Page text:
You can have an entirely separate LPA appointing attorneys to act for you specifically in relation to your business affairs, appointing people you know and trust to run your business whilst you are unable to do so. You are safe in the knowledge that if something unexpected does happen – your business will continue to run as smoothly as possible until you are able to take back the reigns.
Once any of these LPAs are produced they need to be registered with the Office of the Public Guardian before they can be used. We can take on this responsibility for you- ask your consultant about LPA registration.
What is an Enduring POA?
Prior to 1st October 2007, it was possible to make an Enduring Power of Attorney rather than a Lasting Power of Attorney. Whilst it is no longer possible to make an Enduring Power of Attorney today, many are still valid and in existence.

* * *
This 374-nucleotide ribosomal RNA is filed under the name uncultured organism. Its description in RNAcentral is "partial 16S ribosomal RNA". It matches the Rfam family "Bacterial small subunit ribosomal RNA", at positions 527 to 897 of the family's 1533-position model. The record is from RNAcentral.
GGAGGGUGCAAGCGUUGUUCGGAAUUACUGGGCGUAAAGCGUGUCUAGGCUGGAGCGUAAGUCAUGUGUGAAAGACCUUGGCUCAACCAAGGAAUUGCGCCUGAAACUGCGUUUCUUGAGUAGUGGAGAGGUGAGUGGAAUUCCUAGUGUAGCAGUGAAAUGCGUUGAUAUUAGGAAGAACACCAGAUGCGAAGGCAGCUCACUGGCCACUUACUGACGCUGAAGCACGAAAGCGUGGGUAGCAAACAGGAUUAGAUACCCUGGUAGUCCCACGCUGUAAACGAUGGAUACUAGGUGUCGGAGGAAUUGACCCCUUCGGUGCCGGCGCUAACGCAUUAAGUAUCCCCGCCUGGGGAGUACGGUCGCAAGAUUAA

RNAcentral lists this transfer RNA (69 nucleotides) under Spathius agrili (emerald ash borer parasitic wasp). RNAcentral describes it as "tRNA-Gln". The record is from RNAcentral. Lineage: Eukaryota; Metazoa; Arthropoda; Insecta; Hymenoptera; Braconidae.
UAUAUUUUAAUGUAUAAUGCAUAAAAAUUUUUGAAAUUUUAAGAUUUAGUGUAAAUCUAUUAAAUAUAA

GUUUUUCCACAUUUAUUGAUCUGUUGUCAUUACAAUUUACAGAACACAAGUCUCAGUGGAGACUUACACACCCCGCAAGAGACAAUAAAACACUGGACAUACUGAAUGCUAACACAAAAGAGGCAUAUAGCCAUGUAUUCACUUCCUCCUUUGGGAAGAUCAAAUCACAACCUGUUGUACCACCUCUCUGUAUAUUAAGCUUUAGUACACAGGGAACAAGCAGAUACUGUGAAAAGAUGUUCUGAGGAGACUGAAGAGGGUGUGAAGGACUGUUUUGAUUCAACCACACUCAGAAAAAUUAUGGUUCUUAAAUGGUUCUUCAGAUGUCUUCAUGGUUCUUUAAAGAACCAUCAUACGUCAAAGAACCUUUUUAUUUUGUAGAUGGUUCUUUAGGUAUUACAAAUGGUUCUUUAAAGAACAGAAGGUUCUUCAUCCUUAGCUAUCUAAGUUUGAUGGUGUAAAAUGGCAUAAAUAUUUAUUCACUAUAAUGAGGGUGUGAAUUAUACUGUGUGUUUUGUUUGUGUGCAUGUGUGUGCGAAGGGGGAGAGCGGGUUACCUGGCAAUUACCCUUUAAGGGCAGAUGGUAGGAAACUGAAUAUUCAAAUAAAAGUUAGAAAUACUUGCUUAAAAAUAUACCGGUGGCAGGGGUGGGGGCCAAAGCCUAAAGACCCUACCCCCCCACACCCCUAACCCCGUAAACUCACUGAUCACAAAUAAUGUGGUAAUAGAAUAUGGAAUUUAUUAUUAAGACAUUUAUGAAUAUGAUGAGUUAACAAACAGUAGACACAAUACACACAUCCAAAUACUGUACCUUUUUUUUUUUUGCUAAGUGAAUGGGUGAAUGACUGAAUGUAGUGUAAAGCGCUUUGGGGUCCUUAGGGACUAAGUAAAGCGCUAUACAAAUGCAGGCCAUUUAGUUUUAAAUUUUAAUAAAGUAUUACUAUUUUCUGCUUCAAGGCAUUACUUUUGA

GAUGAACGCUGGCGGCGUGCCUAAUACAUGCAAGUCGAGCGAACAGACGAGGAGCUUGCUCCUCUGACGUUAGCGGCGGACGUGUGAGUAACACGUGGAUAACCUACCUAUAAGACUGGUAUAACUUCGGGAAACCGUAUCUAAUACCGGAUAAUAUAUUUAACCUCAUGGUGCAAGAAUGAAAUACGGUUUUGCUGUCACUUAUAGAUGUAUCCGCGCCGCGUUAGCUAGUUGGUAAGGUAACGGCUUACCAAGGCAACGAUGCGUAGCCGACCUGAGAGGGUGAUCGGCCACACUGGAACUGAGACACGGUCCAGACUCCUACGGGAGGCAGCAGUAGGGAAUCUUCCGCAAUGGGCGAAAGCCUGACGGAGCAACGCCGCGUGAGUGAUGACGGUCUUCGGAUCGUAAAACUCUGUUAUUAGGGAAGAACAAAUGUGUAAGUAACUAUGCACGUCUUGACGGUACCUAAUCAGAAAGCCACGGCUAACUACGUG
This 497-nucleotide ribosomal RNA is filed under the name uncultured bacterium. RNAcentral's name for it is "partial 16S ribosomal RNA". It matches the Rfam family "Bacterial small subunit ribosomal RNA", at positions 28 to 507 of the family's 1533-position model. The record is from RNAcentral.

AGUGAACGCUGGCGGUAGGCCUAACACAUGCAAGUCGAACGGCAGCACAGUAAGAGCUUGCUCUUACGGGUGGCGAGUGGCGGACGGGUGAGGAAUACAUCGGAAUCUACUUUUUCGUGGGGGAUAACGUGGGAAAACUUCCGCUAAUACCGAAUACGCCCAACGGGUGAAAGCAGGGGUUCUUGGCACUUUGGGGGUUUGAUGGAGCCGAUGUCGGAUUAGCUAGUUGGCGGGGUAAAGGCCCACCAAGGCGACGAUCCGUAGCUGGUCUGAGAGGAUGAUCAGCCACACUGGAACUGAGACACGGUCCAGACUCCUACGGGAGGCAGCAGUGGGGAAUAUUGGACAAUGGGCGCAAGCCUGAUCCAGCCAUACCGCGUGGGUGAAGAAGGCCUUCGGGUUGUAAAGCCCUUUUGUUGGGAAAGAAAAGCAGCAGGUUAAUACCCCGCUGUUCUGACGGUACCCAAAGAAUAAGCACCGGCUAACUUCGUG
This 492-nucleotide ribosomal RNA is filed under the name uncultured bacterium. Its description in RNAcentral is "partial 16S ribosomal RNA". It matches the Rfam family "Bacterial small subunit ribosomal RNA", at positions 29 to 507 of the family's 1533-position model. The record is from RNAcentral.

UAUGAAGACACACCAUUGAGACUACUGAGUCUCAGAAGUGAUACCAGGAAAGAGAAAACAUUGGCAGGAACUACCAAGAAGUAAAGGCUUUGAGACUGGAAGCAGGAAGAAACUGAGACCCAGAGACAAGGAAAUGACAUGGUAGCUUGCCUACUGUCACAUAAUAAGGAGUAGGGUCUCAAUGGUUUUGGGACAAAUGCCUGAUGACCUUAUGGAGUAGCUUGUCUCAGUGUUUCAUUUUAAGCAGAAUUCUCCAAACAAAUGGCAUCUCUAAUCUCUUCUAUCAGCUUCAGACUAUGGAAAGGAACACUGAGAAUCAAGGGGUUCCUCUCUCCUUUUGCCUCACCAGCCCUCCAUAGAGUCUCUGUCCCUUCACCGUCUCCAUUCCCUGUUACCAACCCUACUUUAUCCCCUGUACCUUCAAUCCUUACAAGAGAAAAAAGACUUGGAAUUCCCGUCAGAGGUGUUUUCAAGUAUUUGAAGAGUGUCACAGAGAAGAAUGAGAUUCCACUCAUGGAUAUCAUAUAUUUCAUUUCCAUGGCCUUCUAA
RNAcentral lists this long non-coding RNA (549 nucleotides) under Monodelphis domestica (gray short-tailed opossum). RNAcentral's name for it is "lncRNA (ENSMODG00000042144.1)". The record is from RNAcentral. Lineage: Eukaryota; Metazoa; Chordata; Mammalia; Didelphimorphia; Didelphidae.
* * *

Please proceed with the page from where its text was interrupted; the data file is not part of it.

Many people are unsure about their old EPA and whether or not they are still valid; by contacting our specialist team at Four Seasons, you can receive confirmation as to whether or not the document is still valid. In some cases, a new LPA may need to be made.
EPA's did not need to be registered when initially made, but do still need to be registered if the person who made it loses capacity. We regularly undertake the registration of EPA's, which can be a time consuming and long drawn out process. Contact us today for an initial discussion about your EPA.
If you have already made an Enduring Power of Attorney, it is still valid, but it does not allow your attorneys to make decisions about your health and welfare.